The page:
- Page Count: 384 pages
- Publisher: Hot Key Books (6 Jun 2013)
- Language: English
- ISBN-10: 1471400409
- ISBN-13: 978-1471400407
- Product Dimensions: 19.4 x 13 x 2.8 cm
Soon-to-be fifteen-year-old Bruno Atlas still mourns the death of his Rebel father ten years ago, and treasures the book of stories he secretly uncovered: the Tall Tales from Pitch End. After discovering a chilling plot planned by the Elders, Bruno flees, escaping to the mountains where a bunch of disparate young Rebels are planning a final attack on Pitch End.
With secrets and betrayal lying around every corner, Bruno will find himself fighting not only for his life, but the life of the town." -Goodreads
I'm impressed.... Tall Tales From Pitch End was written in somewhat of a unique way. Simply by the mannerisms and language used, it separated itself from the crowd. During the beginning quarter, there was something almost lyrical about the way Nigel Mcdowel describes Bruno's situation. Pitch End's dialogue and writing style, was both a surprise and delight to me.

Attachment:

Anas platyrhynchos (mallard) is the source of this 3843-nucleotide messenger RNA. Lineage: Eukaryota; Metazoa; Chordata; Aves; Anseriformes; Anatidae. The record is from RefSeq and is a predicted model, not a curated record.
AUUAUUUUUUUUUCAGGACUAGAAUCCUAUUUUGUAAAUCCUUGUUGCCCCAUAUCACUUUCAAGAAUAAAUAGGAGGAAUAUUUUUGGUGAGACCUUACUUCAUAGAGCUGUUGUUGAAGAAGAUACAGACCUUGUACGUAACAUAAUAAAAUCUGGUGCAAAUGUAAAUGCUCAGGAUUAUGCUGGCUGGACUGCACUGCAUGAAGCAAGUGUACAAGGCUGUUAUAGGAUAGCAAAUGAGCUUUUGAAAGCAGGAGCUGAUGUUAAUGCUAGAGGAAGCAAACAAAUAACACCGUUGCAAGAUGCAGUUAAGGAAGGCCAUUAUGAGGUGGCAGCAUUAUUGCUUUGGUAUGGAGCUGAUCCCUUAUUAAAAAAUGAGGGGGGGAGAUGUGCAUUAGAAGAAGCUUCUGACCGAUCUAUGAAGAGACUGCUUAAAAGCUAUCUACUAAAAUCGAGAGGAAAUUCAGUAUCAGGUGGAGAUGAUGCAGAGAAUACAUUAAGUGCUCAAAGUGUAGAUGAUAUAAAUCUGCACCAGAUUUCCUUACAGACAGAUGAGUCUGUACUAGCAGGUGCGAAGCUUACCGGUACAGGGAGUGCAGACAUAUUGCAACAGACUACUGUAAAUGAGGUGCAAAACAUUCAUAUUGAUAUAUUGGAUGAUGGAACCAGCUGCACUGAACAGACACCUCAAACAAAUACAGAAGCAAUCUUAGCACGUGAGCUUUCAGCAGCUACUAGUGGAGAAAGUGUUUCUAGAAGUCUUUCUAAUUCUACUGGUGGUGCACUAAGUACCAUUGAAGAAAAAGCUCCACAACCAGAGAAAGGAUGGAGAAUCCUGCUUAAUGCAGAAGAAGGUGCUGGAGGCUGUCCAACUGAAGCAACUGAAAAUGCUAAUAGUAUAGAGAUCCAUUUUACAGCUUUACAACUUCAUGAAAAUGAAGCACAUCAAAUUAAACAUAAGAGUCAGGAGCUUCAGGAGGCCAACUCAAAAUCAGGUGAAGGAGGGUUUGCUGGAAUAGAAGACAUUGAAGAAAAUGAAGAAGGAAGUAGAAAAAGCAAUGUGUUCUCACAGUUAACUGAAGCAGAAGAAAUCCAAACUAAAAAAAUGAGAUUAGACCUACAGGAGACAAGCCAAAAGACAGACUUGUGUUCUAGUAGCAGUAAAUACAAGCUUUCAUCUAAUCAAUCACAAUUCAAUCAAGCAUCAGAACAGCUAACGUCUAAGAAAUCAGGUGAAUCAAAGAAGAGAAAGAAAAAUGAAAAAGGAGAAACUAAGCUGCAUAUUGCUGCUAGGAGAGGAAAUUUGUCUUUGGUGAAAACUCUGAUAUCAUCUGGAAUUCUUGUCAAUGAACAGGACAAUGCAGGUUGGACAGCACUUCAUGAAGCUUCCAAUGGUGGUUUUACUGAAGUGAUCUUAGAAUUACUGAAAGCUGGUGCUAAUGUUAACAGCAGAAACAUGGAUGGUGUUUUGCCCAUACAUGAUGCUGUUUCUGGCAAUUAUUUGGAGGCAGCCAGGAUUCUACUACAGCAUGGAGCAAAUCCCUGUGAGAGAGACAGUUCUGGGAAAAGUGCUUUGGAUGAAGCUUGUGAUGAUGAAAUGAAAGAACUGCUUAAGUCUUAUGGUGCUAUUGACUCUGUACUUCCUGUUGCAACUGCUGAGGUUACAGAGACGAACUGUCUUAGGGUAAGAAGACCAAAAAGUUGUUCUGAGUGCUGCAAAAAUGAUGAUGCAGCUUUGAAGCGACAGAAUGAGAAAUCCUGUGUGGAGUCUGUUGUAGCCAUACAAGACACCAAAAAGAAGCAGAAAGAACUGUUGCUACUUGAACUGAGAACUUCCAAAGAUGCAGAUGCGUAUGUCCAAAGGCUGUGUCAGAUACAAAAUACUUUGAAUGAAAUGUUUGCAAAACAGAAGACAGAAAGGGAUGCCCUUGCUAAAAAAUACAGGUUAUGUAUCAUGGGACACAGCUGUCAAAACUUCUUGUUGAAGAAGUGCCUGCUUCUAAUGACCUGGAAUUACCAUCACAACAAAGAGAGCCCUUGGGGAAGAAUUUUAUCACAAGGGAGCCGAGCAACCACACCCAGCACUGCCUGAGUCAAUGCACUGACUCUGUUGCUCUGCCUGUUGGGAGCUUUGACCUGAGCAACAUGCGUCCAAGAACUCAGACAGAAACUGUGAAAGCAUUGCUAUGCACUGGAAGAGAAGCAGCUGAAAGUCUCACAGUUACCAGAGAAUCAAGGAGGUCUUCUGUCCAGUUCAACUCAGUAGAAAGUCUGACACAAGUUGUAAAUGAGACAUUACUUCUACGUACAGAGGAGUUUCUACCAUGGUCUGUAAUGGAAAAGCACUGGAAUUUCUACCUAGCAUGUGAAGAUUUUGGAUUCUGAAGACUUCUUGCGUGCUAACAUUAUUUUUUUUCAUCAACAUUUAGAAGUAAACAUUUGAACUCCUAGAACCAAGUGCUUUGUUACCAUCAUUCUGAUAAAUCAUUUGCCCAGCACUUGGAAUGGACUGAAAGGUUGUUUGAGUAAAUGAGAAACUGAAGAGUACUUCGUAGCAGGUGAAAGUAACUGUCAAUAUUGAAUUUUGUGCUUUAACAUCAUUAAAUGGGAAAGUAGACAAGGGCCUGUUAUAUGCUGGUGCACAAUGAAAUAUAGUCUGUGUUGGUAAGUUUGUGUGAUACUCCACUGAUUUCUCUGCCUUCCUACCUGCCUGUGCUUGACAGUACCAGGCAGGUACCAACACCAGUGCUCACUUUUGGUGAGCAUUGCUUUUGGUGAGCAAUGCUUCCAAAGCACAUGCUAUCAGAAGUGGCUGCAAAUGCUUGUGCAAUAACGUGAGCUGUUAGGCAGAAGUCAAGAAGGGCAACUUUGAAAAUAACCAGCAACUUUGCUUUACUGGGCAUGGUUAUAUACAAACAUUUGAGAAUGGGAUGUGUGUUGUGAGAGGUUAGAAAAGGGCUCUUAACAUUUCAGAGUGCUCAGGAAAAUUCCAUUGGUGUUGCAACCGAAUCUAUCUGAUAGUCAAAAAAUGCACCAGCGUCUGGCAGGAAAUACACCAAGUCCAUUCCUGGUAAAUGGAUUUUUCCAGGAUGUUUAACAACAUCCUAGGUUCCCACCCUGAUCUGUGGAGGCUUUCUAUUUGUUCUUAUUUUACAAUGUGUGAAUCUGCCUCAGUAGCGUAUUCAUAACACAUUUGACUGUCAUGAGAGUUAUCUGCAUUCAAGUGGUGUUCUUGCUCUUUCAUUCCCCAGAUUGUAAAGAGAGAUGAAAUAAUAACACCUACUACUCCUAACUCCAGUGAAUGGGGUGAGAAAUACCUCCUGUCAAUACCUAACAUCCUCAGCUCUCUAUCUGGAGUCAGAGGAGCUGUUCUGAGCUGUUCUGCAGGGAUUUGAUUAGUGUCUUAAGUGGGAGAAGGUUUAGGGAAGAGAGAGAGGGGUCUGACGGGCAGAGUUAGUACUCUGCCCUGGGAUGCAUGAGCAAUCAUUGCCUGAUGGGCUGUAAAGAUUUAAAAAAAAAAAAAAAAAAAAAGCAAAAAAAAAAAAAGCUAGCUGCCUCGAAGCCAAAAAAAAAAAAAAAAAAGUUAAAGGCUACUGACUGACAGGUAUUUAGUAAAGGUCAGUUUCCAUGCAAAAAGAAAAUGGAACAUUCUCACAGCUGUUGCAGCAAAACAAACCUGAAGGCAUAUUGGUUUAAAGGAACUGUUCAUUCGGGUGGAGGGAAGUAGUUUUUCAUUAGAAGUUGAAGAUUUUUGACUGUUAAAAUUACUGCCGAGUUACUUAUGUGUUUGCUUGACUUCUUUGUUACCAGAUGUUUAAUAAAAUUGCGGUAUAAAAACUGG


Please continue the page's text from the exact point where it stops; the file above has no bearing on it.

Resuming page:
"Bruno dared his eyes open and say smoke. He felt the dizzy orchestra of noise, the tearing like material being shorn in two, everywhere crackling, splintering, buckling, groaning like a dragon's insides."
From there on, Bruno's plot line takes off, spanning the small town of Pitch End - and beyond. Some sentences (due to the accent of the rebels) were slightly jarring, however the general scope and feel of the area was easily conveyed. The location of the story itself - despite being stereotypical, had a few twists of its own. I don't know how Nigel did it, but he made a small, closed off town - rustically endearing.
Do not mistake the point of Pitch End though. This "tale" (no pun intended) is a story about a town, with accents of magic and timepieces, not the other way around. Expect lots of effort to be spent on the town, and lots of labour to be used on stories. This is (by the way) not so much of a bad thing!
The last thing I want to talk about is Pitch End's supernatural side. Although it may not have been at the forefront; it is still worth mentioning. I simply love the simplistic idea of "talents" and how they work. The Book of Black and White, as well as the overall moral of literature was refreshing. Bravo Nigel!